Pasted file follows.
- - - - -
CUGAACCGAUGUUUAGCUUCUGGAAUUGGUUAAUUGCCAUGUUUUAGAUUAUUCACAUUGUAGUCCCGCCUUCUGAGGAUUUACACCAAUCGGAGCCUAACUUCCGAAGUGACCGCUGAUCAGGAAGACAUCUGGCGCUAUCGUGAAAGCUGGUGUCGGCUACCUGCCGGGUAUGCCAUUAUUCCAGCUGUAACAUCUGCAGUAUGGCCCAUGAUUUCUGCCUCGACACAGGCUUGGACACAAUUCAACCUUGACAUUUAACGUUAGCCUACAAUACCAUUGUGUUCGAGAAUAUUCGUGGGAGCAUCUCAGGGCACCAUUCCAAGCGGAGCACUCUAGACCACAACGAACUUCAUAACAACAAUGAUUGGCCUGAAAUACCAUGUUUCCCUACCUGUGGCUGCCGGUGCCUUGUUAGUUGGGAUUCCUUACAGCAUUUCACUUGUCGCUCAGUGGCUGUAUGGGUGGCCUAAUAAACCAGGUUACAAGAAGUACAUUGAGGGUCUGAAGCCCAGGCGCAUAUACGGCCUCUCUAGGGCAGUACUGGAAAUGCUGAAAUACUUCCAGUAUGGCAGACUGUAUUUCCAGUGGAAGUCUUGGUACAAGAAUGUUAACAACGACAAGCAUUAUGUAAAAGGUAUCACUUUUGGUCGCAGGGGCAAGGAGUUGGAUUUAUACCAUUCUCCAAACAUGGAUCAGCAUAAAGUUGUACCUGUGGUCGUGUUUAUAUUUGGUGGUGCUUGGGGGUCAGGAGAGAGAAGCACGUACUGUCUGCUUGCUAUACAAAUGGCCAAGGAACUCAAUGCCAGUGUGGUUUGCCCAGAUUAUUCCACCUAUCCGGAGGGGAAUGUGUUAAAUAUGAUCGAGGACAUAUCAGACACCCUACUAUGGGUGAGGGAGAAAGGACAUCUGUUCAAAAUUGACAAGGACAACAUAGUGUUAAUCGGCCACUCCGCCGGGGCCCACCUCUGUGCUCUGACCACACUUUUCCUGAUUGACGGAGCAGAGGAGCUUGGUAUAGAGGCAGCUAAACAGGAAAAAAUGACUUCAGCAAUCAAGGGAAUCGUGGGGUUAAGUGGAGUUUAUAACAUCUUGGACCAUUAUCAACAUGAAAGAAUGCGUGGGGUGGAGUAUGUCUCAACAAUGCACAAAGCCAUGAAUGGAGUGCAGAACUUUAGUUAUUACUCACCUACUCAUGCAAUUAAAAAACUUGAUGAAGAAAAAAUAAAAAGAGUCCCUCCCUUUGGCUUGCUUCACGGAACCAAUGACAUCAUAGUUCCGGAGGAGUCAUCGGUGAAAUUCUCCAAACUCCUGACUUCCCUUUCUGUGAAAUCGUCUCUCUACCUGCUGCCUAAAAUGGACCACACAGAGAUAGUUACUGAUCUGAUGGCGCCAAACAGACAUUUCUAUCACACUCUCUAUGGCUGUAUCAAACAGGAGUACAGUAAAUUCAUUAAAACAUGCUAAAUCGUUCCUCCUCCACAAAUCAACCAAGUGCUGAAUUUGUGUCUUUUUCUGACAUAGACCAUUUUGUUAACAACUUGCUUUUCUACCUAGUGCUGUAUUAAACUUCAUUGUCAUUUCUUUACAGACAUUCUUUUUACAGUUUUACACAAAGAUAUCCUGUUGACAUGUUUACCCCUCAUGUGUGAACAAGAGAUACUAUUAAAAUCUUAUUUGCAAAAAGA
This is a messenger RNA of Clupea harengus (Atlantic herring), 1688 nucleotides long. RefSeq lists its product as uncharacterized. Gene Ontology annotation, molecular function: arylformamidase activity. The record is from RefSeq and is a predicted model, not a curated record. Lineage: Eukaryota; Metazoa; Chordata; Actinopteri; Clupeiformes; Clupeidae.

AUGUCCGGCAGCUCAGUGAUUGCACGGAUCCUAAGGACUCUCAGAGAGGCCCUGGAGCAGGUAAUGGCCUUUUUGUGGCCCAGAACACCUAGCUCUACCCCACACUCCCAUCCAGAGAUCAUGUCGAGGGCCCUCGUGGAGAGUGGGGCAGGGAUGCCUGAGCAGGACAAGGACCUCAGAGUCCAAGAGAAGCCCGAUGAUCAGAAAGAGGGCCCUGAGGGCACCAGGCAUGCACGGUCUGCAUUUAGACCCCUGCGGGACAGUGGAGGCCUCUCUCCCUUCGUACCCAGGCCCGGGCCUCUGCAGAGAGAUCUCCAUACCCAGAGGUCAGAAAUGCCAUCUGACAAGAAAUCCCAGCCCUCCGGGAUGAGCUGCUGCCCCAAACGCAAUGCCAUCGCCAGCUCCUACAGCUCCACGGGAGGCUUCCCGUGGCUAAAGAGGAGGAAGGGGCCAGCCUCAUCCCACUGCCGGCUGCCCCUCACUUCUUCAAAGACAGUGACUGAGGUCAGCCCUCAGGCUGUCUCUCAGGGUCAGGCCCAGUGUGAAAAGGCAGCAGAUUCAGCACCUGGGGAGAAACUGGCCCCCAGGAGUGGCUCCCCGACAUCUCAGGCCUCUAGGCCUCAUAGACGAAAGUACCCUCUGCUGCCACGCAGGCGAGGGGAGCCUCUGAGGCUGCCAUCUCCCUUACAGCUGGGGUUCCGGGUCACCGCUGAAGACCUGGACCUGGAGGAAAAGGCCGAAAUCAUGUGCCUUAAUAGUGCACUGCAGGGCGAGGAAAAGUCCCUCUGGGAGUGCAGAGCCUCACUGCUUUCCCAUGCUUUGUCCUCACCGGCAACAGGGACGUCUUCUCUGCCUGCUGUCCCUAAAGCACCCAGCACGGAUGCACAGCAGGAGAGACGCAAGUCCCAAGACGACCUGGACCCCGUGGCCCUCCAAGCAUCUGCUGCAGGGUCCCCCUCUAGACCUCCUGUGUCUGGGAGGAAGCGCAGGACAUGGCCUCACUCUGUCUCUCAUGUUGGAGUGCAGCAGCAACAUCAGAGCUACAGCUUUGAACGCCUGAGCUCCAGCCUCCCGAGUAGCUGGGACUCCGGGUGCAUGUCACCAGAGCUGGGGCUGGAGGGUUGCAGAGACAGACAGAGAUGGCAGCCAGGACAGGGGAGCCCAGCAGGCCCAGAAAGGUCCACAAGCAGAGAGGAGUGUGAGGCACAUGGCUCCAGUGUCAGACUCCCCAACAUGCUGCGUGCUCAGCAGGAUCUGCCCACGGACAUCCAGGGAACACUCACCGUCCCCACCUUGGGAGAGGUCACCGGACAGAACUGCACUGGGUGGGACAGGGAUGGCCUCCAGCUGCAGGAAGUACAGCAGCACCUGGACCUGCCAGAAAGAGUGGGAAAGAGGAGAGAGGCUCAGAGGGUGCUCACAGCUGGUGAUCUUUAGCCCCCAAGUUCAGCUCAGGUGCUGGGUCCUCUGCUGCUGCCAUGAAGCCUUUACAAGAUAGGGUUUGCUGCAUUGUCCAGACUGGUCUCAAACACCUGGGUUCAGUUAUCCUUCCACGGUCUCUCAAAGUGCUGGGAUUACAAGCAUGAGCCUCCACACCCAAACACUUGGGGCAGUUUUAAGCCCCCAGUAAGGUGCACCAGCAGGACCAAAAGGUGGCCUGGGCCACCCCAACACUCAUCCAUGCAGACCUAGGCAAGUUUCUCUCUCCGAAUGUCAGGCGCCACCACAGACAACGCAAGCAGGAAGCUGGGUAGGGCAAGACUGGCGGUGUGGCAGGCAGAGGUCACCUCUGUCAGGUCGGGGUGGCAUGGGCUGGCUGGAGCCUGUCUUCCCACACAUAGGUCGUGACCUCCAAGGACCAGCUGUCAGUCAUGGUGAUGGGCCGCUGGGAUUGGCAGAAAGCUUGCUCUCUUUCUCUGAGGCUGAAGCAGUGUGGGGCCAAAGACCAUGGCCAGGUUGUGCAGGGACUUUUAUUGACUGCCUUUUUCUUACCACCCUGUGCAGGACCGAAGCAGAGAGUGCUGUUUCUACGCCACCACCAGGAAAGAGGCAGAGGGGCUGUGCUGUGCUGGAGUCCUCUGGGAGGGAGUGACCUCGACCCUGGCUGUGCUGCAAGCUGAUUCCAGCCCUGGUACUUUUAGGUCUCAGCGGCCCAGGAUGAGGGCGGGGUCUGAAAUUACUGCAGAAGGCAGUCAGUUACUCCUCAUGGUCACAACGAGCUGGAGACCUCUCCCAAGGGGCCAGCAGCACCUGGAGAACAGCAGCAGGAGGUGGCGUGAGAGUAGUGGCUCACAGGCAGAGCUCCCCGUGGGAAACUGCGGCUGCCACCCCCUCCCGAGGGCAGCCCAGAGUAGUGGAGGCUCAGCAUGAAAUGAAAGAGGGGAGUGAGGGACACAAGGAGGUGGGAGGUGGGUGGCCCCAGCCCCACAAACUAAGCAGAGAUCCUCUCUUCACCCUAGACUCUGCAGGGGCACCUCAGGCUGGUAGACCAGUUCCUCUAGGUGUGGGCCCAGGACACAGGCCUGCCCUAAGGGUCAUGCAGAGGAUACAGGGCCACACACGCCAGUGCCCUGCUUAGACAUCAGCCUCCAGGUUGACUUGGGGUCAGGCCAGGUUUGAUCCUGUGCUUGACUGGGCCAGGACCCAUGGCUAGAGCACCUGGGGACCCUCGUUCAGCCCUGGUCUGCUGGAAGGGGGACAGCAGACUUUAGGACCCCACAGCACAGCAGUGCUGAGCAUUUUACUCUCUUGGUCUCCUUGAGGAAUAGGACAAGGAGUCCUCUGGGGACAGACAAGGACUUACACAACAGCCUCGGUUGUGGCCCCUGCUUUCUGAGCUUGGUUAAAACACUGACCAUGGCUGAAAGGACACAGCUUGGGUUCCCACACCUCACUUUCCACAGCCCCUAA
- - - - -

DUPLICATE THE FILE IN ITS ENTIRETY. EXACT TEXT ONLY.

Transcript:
CUGAACCGAUGUUUAGCUUCUGGAAUUGGUUAAUUGCCAUGUUUUAGAUUAUUCACAUUGUAGUCCCGCCUUCUGAGGAUUUACACCAAUCGGAGCCUAACUUCCGAAGUGACCGCUGAUCAGGAAGACAUCUGGCGCUAUCGUGAAAGCUGGUGUCGGCUACCUGCCGGGUAUGCCAUUAUUCCAGCUGUAACAUCUGCAGUAUGGCCCAUGAUUUCUGCCUCGACACAGGCUUGGACACAAUUCAACCUUGACAUUUAACGUUAGCCUACAAUACCAUUGUGUUCGAGAAUAUUCGUGGGAGCAUCUCAGGGCACCAUUCCAAGCGGAGCACUCUAGACCACAACGAACUUCAUAACAACAAUGAUUGGCCUGAAAUACCAUGUUUCCCUACCUGUGGCUGCCGGUGCCUUGUUAGUUGGGAUUCCUUACAGCAUUUCACUUGUCGCUCAGUGGCUGUAUGGGUGGCCUAAUAAACCAGGUUACAAGAAGUACAUUGAGGGUCUGAAGCCCAGGCGCAUAUACGGCCUCUCUAGGGCAGUACUGGAAAUGCUGAAAUACUUCCAGUAUGGCAGACUGUAUUUCCAGUGGAAGUCUUGGUACAAGAAUGUUAACAACGACAAGCAUUAUGUAAAAGGUAUCACUUUUGGUCGCAGGGGCAAGGAGUUGGAUUUAUACCAUUCUCCAAACAUGGAUCAGCAUAAAGUUGUACCUGUGGUCGUGUUUAUAUUUGGUGGUGCUUGGGGGUCAGGAGAGAGAAGCACGUACUGUCUGCUUGCUAUACAAAUGGCCAAGGAACUCAAUGCCAGUGUGGUUUGCCCAGAUUAUUCCACCUAUCCGGAGGGGAAUGUGUUAAAUAUGAUCGAGGACAUAUCAGACACCCUACUAUGGGUGAGGGAGAAAGGACAUCUGUUCAAAAUUGACAAGGACAACAUAGUGUUAAUCGGCCACUCCGCCGGGGCCCACCUCUGUGCUCUGACCACACUUUUCCUGAUUGACGGAGCAGAGGAGCUUGGUAUAGAGGCAGCUAAACAGGAAAAAAUGACUUCAGCAAUCAAGGGAAUCGUGGGGUUAAGUGGAGUUUAUAACAUCUUGGACCAUUAUCAACAUGAAAGAAUGCGUGGGGUGGAGUAUGUCUCAACAAUGCACAAAGCCAUGAAUGGAGUGCAGAACUUUAGUUAUUACUCACCUACUCAUGCAAUUAAAAAACUUGAUGAAGAAAAAAUAAAAAGAGUCCCUCCCUUUGGCUUGCUUCACGGAACCAAUGACAUCAUAGUUCCGGAGGAGUCAUCGGUGAAAUUCUCCAAACUCCUGACUUCCCUUUCUGUGAAAUCGUCUCUCUACCUGCUGCCUAAAAUGGACCACACAGAGAUAGUUACUGAUCUGAUGGCGCCAAACAGACAUUUCUAUCACACUCUCUAUGGCUGUAUCAAACAGGAGUACAGUAAAUUCAUUAAAACAUGCUAAAUCGUUCCUCCUCCACAAAUCAACCAAGUGCUGAAUUUGUGUCUUUUUCUGACAUAGACCAUUUUGUUAACAACUUGCUUUUCUACCUAGUGCUGUAUUAAACUUCAUUGUCAUUUCUUUACAGACAUUCUUUUUACAGUUUUACACAAAGAUAUCCUGUUGACAUGUUUACCCCUCAUGUGUGAACAAGAGAUACUAUUAAAAUCUUAUUUGCAAAAAGA
This is a messenger RNA of Clupea harengus (Atlantic herring), 1688 nucleotides long. RefSeq lists its product as uncharacterized. Gene Ontology annotation, molecular function: arylformamidase activity. The record is from RefSeq and is a predicted model, not a curated record. Lineage: Eukaryota; Metazoa; Chordata; Actinopteri; Clupeiformes; Clupeidae.

AUGUCCGGCAGCUCAGUGAUUGCACGGAUCCUAAGGACUCUCAGAGAGGCCCUGGAGCAGGUAAUGGCCUUUUUGUGGCCCAGAACACCUAGCUCUACCCCACACUCCCAUCCAGAGAUCAUGUCGAGGGCCCUCGUGGAGAGUGGGGCAGGGAUGCCUGAGCAGGACAAGGACCUCAGAGUCCAAGAGAAGCCCGAUGAUCAGAAAGAGGGCCCUGAGGGCACCAGGCAUGCACGGUCUGCAUUUAGACCCCUGCGGGACAGUGGAGGCCUCUCUCCCUUCGUACCCAGGCCCGGGCCUCUGCAGAGAGAUCUCCAUACCCAGAGGUCAGAAAUGCCAUCUGACAAGAAAUCCCAGCCCUCCGGGAUGAGCUGCUGCCCCAAACGCAAUGCCAUCGCCAGCUCCUACAGCUCCACGGGAGGCUUCCCGUGGCUAAAGAGGAGGAAGGGGCCAGCCUCAUCCCACUGCCGGCUGCCCCUCACUUCUUCAAAGACAGUGACUGAGGUCAGCCCUCAGGCUGUCUCUCAGGGUCAGGCCCAGUGUGAAAAGGCAGCAGAUUCAGCACCUGGGGAGAAACUGGCCCCCAGGAGUGGCUCCCCGACAUCUCAGGCCUCUAGGCCUCAUAGACGAAAGUACCCUCUGCUGCCACGCAGGCGAGGGGAGCCUCUGAGGCUGCCAUCUCCCUUACAGCUGGGGUUCCGGGUCACCGCUGAAGACCUGGACCUGGAGGAAAAGGCCGAAAUCAUGUGCCUUAAUAGUGCACUGCAGGGCGAGGAAAAGUCCCUCUGGGAGUGCAGAGCCUCACUGCUUUCCCAUGCUUUGUCCUCACCGGCAACAGGGACGUCUUCUCUGCCUGCUGUCCCUAAAGCACCCAGCACGGAUGCACAGCAGGAGAGACGCAAGUCCCAAGACGACCUGGACCCCGUGGCCCUCCAAGCAUCUGCUGCAGGGUCCCCCUCUAGACCUCCUGUGUCUGGGAGGAAGCGCAGGACAUGGCCUCACUCUGUCUCUCAUGUUGGAGUGCAGCAGCAACAUCAGAGCUACAGCUUUGAACGCCUGAGCUCCAGCCUCCCGAGUAGCUGGGACUCCGGGUGCAUGUCACCAGAGCUGGGGCUGGAGGGUUGCAGAGACAGACAGAGAUGGCAGCCAGGACAGGGGAGCCCAGCAGGCCCAGAAAGGUCCACAAGCAGAGAGGAGUGUGAGGCACAUGGCUCCAGUGUCAGACUCCCCAACAUGCUGCGUGCUCAGCAGGAUCUGCCCACGGACAUCCAGGGAACACUCACCGUCCCCACCUUGGGAGAGGUCACCGGACAGAACUGCACUGGGUGGGACAGGGAUGGCCUCCAGCUGCAGGAAGUACAGCAGCACCUGGACCUGCCAGAAAGAGUGGGAAAGAGGAGAGAGGCUCAGAGGGUGCUCACAGCUGGUGAUCUUUAGCCCCCAAGUUCAGCUCAGGUGCUGGGUCCUCUGCUGCUGCCAUGAAGCCUUUACAAGAUAGGGUUUGCUGCAUUGUCCAGACUGGUCUCAAACACCUGGGUUCAGUUAUCCUUCCACGGUCUCUCAAAGUGCUGGGAUUACAAGCAUGAGCCUCCACACCCAAACACUUGGGGCAGUUUUAAGCCCCCAGUAAGGUGCACCAGCAGGACCAAAAGGUGGCCUGGGCCACCCCAACACUCAUCCAUGCAGACCUAGGCAAGUUUCUCUCUCCGAAUGUCAGGCGCCACCACAGACAACGCAAGCAGGAAGCUGGGUAGGGCAAGACUGGCGGUGUGGCAGGCAGAGGUCACCUCUGUCAGGUCGGGGUGGCAUGGGCUGGCUGGAGCCUGUCUUCCCACACAUAGGUCGUGACCUCCAAGGACCAGCUGUCAGUCAUGGUGAUGGGCCGCUGGGAUUGGCAGAAAGCUUGCUCUCUUUCUCUGAGGCUGAAGCAGUGUGGGGCCAAAGACCAUGGCCAGGUUGUGCAGGGACUUUUAUUGACUGCCUUUUUCUUACCACCCUGUGCAGGACCGAAGCAGAGAGUGCUGUUUCUACGCCACCACCAGGAAAGAGGCAGAGGGGCUGUGCUGUGCUGGAGUCCUCUGGGAGGGAGUGACCUCGACCCUGGCUGUGCUGCAAGCUGAUUCCAGCCCUGGUACUUUUAGGUCUCAGCGGCCCAGGAUGAGGGCGGGGUCUGAAAUUACUGCAGAAGGCAGUCAGUUACUCCUCAUGGUCACAACGAGCUGGAGACCUCUCCCAAGGGGCCAGCAGCACCUGGAGAACAGCAGCAGGAGGUGGCGUGAGAGUAGUGGCUCACAGGCAGAGCUCCCCGUGGGAAACUGCGGCUGCCACCCCCUCCCGAGGGCAGCCCAGAGUAGUGGAGGCUCAGCAUGAAAUGAAAGAGGGGAGUGAGGGACACAAGGAGGUGGGAGGUGGGUGGCCCCAGCCCCACAAACUAAGCAGAGAUCCUCUCUUCACCCUAGACUCUGCAGGGGCACCUCAGGCUGGUAGACCAGUUCCUCUAGGUGUGGGCCCAGGACACAGGCCUGCCCUAAGGGUCAUGCAGAGGAUACAGGGCCACACACGCCAGUGCCCUGCUUAGACAUCAGCCUCCAGGUUGACUUGGGGUCAGGCCAGGUUUGAUCCUGUGCUUGACUGGGCCAGGACCCAUGGCUAGAGCACCUGGGGACCCUCGUUCAGCCCUGGUCUGCUGGAAGGGGGACAGCAGACUUUAGGACCCCACAGCACAGCAGUGCUGAGCAUUUUACUCUCUUGGUCUCCUUGAGGAAUAGGACAAGGAGUCCUCUGGGGACAGACAAGGACUUACACAACAGCCUCGGUUGUGGCCCCUGCUUUCUGAGCUUGGUUAAAACACUGACCAUGGCUGAAAGGACACAGCUUGGGUUCCCACACCUCACUUUCCACAGCCCCUAA